So, I just stayed out of talking about crypo much because I didn’t want to spend the time it would take to deeply understand it, and I didn’t buy any because I fundamentally don’t trust something that works by invisible math and algos that I don’t begin to comprehend. Fed money is much easier to understand because it doesn’t require people to crack completely useless equations with ever more massive computers to try to get an edge on the other equation miners at ever higher costs of energy consumption, just for establishing the value of the money along pathways I know nothing about.

There seemed to be a lot of nooks and crannies in the etherial electronic synapses that either graft or Ponzi schemes could hide in, but that was just how it looked to me as an outsider not willing to invest the time required to really understand it. So, I stayed out. I don’t fault myself for not seeing things coming that I don’t understand and, and I’m thankful, at the same time, for those who have done well in crypto (so long as they have not taken the path taken by Slippery Sam, the fried bankman of crypto) who have supported my writing along the way.

Time to say I was wrong

Today, however, is one of those days where it is time to say I was clearly wrong in my prediction of an October surprise from the stock market and then wrong again to have doubled down on that when I said the series of waterfall events I said was coming finally got started on the last day of October. Clearly, we didn’t see the stock market ride a chute of waterfalls right away, and I won’t try to justify the error. I was just wrong. I ridiculed Zero Hedge for its unwavering trust in the “Two Michaels” at Morgan Stanley and Bank of America, who predicted the start of a big rally in October. The market went on to complete a full (albeit totally typical) bear-market rally.

The error of my ways will not stop me, however, from saying I think that rally, which many saw as the end of the bear market, was nothing but another bull trap like the one we saw mid-summer and the one that came before that. It was exactly that same thing. As I’ve said, bear markets are notorious for heart-stopping rallies.

The important thing here is that the longer pattern of the bear-market trend is still firmly in place, in spite of the October rally that left me as the only one surprised; and it is that longer trend that reveals the Fed’s errors and the errors of its attempts to correct its errors. Rallies within this now year-long bear market have not stepped outside the trend that is happening due to macro-economic reasons and Fed policy with one exception.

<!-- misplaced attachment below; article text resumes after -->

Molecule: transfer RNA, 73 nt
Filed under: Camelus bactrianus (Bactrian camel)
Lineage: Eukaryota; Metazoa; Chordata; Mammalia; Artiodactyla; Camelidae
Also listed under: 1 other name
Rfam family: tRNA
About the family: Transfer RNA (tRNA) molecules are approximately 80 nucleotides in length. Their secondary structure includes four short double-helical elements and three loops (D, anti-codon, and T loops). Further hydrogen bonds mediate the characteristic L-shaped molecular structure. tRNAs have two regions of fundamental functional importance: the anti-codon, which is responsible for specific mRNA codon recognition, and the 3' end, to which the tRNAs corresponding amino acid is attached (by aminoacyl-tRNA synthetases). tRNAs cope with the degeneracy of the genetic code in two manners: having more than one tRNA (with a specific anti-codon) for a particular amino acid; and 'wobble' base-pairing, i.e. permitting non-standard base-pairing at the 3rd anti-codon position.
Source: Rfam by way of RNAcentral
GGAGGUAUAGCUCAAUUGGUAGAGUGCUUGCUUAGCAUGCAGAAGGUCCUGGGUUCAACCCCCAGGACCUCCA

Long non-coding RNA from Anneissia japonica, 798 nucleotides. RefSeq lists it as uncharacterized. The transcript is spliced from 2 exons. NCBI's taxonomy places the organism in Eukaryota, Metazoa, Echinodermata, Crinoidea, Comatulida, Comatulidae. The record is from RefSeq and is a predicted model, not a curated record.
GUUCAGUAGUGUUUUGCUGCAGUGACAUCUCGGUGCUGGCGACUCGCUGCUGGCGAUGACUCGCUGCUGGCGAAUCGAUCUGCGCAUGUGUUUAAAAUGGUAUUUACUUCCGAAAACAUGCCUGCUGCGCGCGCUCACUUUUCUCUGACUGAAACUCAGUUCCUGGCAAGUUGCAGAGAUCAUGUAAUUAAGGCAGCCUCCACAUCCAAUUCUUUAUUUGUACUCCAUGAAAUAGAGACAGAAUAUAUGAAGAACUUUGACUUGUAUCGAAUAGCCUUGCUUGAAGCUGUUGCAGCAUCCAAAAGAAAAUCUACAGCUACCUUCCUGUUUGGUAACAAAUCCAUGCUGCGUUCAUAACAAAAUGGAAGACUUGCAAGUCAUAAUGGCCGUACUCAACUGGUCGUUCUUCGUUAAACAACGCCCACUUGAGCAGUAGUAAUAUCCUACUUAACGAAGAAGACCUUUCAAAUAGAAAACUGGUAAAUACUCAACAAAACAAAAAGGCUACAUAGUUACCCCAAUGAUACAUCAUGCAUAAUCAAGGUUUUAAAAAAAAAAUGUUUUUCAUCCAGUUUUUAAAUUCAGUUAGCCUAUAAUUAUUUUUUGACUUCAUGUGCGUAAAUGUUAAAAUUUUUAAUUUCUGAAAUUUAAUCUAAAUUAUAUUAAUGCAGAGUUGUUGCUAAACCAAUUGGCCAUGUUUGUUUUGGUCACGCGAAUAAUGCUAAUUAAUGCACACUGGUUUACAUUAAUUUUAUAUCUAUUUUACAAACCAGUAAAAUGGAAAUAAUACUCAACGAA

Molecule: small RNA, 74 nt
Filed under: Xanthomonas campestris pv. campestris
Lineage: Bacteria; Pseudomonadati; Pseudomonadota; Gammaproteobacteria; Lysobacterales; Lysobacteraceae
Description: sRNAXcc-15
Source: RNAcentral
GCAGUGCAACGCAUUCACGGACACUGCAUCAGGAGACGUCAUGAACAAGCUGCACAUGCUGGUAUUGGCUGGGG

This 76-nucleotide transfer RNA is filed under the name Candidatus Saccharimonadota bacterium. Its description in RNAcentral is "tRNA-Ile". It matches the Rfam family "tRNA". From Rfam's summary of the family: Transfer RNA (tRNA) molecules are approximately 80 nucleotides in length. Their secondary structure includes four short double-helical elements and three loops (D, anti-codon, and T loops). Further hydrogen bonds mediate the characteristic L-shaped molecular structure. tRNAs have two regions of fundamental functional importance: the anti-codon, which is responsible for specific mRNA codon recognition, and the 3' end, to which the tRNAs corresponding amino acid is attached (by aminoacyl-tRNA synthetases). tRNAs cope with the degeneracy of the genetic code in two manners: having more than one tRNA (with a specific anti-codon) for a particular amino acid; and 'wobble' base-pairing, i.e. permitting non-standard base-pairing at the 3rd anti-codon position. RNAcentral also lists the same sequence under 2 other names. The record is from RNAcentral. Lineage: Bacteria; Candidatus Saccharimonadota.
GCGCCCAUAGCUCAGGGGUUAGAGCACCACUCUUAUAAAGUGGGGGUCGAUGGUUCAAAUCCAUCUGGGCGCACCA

The big, big fail

The exception was the Dow — the only major index that did break out of its trend to recover to its most recent peak. So, let’s start there with the market’s strongest hope of beating me. Here are the trend lines, and you can see the Dow clearly broke through its sloped glass ceiling of the upper trend line.

The Dow not only made a solid breakout above its declining top trend line, but it even feebly attempted a break past major resistance at its last peak (the dotted line). The question that leaves is whether the Dow is capable of continuing a charge that eventually sucks other stocks and the other major indices along in its wake. I am certain that it isn’t. As you can see, the Dow barely broke above the resistance level of beating its last peak, and that breakout appears to have petered right out.

However, my reasons for predicting the bear market will continue to prevail have nothing to do with charts. All of my economic predictions are based on how the Fed’s plan is going to create a wake of destruction and on all the economic factors that are going to continue to grind this market down into THEIR reality. But, I think even chart watchers can see there is pretty sound reason here to think the Dow is done — that it’s done all it can for now. That becomes really clear when you look at how solidly stocks have held within the confines of this bear market in all the other major indices.

First, here’s the S&P 500:

MarketWatch

The S&P shows a precisely projected and rigidly confining top line, and the S&P just touched that falling trend again at the start of December as it has done twice before in bear-market rallies, and clearly did not break through. It instantly plunged and is building momentum on its way back down to try to plumb that bottom trend line again, which has not been quite as precisely defined, but is still pretty consistent. If the S&P were to stay within the broad confines of this bear market, then it could still easily go below 3200 on its present downslope, and its move back in that direction right now looks like a waterfall already, as does the Dow’s start back down.

In fact, the last few days already wiped out the post-Powell press that shot stocks up on the glib and utterly hollow basis that Powell said what everyone already knew because he’d already said it — that the Fed will reduce the size of its rate hikes in December, tightening at a slower rate, but will continue to hike to an ultimately higher level. The market got the oxygen it yearned for, even though everyone already knew this, so the Dow made a run past that top bound in pure delirium, but it smashed its head against the ceiling established by its last peak and tumbled quickly back down, looking like it had stunned itself … like this: